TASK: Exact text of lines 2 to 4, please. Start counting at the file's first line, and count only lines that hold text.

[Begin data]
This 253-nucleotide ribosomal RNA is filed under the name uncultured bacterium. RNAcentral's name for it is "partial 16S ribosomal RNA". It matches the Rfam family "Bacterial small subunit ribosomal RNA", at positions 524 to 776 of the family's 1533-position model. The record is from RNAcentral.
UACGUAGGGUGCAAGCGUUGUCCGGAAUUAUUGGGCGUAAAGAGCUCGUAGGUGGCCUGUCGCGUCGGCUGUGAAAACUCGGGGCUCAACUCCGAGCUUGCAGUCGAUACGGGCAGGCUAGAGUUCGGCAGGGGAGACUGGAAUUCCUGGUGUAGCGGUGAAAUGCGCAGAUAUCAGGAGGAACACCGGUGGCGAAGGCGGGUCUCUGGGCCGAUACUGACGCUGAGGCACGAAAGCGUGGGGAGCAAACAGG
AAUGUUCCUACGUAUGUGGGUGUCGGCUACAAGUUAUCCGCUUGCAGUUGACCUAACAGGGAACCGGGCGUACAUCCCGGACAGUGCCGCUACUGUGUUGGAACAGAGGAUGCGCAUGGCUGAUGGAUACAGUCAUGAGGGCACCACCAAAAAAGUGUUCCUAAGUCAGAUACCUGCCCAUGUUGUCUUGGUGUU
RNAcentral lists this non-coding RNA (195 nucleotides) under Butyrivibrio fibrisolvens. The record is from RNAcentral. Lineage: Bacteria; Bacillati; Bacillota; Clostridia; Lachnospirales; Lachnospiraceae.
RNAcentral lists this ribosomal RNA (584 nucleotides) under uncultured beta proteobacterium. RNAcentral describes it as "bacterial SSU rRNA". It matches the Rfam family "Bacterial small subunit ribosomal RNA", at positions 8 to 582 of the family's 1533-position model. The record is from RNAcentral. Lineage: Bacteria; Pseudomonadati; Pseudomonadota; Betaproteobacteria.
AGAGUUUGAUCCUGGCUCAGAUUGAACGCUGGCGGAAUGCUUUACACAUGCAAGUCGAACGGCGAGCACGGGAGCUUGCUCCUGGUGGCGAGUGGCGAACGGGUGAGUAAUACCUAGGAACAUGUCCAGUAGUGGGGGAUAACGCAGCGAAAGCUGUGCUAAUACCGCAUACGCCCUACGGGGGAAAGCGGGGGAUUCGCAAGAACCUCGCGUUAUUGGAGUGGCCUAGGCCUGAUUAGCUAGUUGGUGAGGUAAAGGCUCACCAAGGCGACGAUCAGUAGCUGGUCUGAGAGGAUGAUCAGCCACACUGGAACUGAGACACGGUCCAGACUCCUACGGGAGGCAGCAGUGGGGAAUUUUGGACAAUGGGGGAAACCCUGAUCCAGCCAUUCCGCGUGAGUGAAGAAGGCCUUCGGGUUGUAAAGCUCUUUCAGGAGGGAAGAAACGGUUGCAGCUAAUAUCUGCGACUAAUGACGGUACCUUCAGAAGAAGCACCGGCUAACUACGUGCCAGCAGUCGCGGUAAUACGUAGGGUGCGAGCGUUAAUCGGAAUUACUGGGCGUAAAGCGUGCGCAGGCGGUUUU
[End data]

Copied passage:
UACGUAGGGUGCAAGCGUUGUCCGGAAUUAUUGGGCGUAAAGAGCUCGUAGGUGGCCUGUCGCGUCGGCUGUGAAAACUCGGGGCUCAACUCCGAGCUUGCAGUCGAUACGGGCAGGCUAGAGUUCGGCAGGGGAGACUGGAAUUCCUGGUGUAGCGGUGAAAUGCGCAGAUAUCAGGAGGAACACCGGUGGCGAAGGCGGGUCUCUGGGCCGAUACUGACGCUGAGGCACGAAAGCGUGGGGAGCAAACAGG
AAUGUUCCUACGUAUGUGGGUGUCGGCUACAAGUUAUCCGCUUGCAGUUGACCUAACAGGGAACCGGGCGUACAUCCCGGACAGUGCCGCUACUGUGUUGGAACAGAGGAUGCGCAUGGCUGAUGGAUACAGUCAUGAGGGCACCACCAAAAAAGUGUUCCUAAGUCAGAUACCUGCCCAUGUUGUCUUGGUGUU
RNAcentral lists this non-coding RNA (195 nucleotides) under Butyrivibrio fibrisolvens. The record is from RNAcentral. Lineage: Bacteria; Bacillati; Bacillota; Clostridia; Lachnospirales; Lachnospiraceae.